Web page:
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Educational Research for Social Change

On-line version ISSN 2221-4070


VANYORO, Kudzaiishe. Learning How Language is Used in Higher Education to Strategically Marginalise Female, Queer, and Gender Non-Conforming People: An Autoethnographic Account. Educ. res. soc. change [online]. 2020, vol.9, n.spe, pp.1-14. ISSN 2221-4070.

In this article, I examine how language informs the systemic and structural manner in which the university space not only marginalises, but also exploits female and gender nonconforming people. I base my account on my experiences in two universities in southern Africa-one in Zimbabwe and the other in South Africa. I aim to show how gender and sexuality borders can be permeated by gaining critical awareness of the working of power and privilege in language that normalises the oppression of one by the other. I do this through a reflective autoethnographic account of the temporal trajectories involved in my experience as an academic of gender and sexuality in universities. I explore the notion of university as a social site where power relations of privilege and marginality can be found to be vivid if not violent. I reflect on my positionality and complicity in exploitative power relations in the university. I also make use of #FeesMustFall diaries as archival data to account for dynamics of exclusion. Theoretically, the article employs the colonial matrix of power to show how coloniality upholds gender and sexuality norms in universities and academics. The purpose of this paper is not to propose strategies for other institutions to use for unlearning pedagogies. Rather, the role of the paper is to document my and others' experiences of how heteropatriarchy manifests in the language used in the lecture room and beyond. In conclusion, the article shows how the author found critical diversity literacy, a learning pedagogy that promotes discomfort, helpful in realising the complicity of language in dominance.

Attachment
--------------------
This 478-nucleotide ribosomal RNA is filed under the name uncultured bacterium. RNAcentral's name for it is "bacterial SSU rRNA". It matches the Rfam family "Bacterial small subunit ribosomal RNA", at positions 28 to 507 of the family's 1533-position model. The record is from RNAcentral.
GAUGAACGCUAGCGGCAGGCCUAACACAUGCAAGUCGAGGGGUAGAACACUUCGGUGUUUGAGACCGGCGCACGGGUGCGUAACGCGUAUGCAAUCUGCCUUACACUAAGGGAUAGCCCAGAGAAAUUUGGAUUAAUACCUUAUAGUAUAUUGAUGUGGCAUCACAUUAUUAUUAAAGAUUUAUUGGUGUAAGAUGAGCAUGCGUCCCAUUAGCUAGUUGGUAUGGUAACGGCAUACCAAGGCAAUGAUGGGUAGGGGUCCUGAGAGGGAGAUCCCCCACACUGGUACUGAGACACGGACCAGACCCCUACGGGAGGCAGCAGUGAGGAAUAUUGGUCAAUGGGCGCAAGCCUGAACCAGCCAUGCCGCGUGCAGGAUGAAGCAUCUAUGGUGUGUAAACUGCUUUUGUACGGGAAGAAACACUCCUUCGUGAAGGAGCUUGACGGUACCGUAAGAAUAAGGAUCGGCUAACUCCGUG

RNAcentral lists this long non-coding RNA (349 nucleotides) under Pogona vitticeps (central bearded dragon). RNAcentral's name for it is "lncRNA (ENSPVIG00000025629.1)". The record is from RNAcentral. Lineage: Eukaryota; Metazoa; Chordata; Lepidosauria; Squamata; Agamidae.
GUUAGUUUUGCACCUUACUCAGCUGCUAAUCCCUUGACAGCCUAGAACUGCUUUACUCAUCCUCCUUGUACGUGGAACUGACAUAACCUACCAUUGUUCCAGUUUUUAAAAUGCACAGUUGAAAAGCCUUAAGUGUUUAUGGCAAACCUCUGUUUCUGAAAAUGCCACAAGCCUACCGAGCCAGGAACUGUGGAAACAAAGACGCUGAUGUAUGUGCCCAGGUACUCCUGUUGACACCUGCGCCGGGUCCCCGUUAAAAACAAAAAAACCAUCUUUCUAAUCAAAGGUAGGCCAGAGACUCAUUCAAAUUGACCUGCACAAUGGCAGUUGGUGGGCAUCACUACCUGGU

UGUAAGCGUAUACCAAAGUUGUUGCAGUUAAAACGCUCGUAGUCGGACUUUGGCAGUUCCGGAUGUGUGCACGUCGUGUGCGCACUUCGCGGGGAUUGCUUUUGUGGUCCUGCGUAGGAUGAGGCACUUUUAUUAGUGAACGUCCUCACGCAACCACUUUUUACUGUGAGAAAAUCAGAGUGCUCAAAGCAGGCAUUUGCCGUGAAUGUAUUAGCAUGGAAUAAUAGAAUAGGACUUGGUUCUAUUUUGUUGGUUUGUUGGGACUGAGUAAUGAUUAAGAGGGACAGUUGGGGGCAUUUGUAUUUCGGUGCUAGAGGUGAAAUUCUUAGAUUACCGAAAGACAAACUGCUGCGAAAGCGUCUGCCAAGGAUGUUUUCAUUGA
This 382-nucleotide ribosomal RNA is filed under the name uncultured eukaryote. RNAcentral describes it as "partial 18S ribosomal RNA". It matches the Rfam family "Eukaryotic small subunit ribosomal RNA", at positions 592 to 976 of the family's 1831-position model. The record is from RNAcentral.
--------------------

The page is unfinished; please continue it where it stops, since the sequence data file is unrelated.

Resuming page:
Keywords : language; gender; sexuality; pedagogy of discomfort; critical diversity literacy; coloniality.

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